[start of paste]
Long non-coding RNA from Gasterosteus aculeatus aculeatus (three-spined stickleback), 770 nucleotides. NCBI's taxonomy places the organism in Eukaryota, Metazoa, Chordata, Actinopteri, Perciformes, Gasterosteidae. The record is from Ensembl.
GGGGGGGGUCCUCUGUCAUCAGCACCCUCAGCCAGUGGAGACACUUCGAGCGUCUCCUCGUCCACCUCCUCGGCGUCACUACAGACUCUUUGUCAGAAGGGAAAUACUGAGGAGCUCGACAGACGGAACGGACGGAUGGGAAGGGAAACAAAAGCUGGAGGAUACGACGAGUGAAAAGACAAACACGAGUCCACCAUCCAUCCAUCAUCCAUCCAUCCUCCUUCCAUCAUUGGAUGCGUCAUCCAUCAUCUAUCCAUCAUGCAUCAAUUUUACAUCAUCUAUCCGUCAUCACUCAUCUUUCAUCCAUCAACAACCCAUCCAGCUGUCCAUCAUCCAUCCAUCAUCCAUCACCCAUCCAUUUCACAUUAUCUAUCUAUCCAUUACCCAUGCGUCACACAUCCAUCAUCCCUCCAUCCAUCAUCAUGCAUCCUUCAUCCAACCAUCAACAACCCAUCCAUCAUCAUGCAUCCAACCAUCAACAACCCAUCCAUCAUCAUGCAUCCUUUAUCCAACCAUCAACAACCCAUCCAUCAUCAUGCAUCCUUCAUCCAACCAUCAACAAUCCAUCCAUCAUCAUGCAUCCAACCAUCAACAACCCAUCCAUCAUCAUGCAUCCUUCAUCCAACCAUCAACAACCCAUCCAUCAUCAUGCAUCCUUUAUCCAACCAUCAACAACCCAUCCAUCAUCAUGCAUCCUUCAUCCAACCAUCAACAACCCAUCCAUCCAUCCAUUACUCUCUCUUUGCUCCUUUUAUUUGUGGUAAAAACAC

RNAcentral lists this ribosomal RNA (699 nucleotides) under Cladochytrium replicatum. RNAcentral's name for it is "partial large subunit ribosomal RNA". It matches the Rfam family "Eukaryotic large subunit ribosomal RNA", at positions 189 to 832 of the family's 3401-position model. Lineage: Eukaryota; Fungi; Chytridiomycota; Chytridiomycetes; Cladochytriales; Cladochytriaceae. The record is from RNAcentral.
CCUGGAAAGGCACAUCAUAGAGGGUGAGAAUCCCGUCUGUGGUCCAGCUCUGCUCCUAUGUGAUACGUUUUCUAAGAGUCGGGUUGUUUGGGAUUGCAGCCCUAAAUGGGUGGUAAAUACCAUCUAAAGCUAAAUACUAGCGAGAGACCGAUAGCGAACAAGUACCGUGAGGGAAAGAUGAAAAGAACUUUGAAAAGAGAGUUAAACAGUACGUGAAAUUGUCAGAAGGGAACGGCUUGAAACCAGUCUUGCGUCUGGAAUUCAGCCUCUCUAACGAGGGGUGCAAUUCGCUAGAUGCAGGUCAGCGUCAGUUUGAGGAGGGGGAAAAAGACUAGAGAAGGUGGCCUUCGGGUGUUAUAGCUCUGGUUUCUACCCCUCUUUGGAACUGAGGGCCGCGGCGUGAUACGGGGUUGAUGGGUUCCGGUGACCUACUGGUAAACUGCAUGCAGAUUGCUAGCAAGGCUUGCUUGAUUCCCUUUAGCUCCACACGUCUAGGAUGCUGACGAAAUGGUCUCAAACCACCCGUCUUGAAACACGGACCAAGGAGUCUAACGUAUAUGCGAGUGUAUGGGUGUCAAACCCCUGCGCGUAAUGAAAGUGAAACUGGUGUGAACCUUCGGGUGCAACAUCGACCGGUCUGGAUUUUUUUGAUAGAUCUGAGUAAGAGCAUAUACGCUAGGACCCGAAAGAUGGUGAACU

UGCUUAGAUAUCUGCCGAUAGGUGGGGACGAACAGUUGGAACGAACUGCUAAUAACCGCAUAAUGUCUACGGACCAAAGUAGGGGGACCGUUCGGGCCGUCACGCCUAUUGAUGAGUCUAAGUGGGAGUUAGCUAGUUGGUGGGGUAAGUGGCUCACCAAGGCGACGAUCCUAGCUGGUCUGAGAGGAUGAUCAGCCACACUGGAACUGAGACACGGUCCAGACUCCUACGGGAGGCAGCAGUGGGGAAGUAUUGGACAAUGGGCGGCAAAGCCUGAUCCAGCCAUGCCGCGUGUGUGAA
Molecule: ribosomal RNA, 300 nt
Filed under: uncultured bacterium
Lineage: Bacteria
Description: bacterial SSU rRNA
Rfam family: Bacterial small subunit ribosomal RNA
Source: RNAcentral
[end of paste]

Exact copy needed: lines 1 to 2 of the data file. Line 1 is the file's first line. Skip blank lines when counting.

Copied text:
Long non-coding RNA from Gasterosteus aculeatus aculeatus (three-spined stickleback), 770 nucleotides. NCBI's taxonomy places the organism in Eukaryota, Metazoa, Chordata, Actinopteri, Perciformes, Gasterosteidae. The record is from Ensembl.
GGGGGGGGUCCUCUGUCAUCAGCACCCUCAGCCAGUGGAGACACUUCGAGCGUCUCCUCGUCCACCUCCUCGGCGUCACUACAGACUCUUUGUCAGAAGGGAAAUACUGAGGAGCUCGACAGACGGAACGGACGGAUGGGAAGGGAAACAAAAGCUGGAGGAUACGACGAGUGAAAAGACAAACACGAGUCCACCAUCCAUCCAUCAUCCAUCCAUCCUCCUUCCAUCAUUGGAUGCGUCAUCCAUCAUCUAUCCAUCAUGCAUCAAUUUUACAUCAUCUAUCCGUCAUCACUCAUCUUUCAUCCAUCAACAACCCAUCCAGCUGUCCAUCAUCCAUCCAUCAUCCAUCACCCAUCCAUUUCACAUUAUCUAUCUAUCCAUUACCCAUGCGUCACACAUCCAUCAUCCCUCCAUCCAUCAUCAUGCAUCCUUCAUCCAACCAUCAACAACCCAUCCAUCAUCAUGCAUCCAACCAUCAACAACCCAUCCAUCAUCAUGCAUCCUUUAUCCAACCAUCAACAACCCAUCCAUCAUCAUGCAUCCUUCAUCCAACCAUCAACAAUCCAUCCAUCAUCAUGCAUCCAACCAUCAACAACCCAUCCAUCAUCAUGCAUCCUUCAUCCAACCAUCAACAACCCAUCCAUCAUCAUGCAUCCUUUAUCCAACCAUCAACAACCCAUCCAUCAUCAUGCAUCCUUCAUCCAACCAUCAACAACCCAUCCAUCCAUCCAUUACUCUCUCUUUGCUCCUUUUAUUUGUGGUAAAAACAC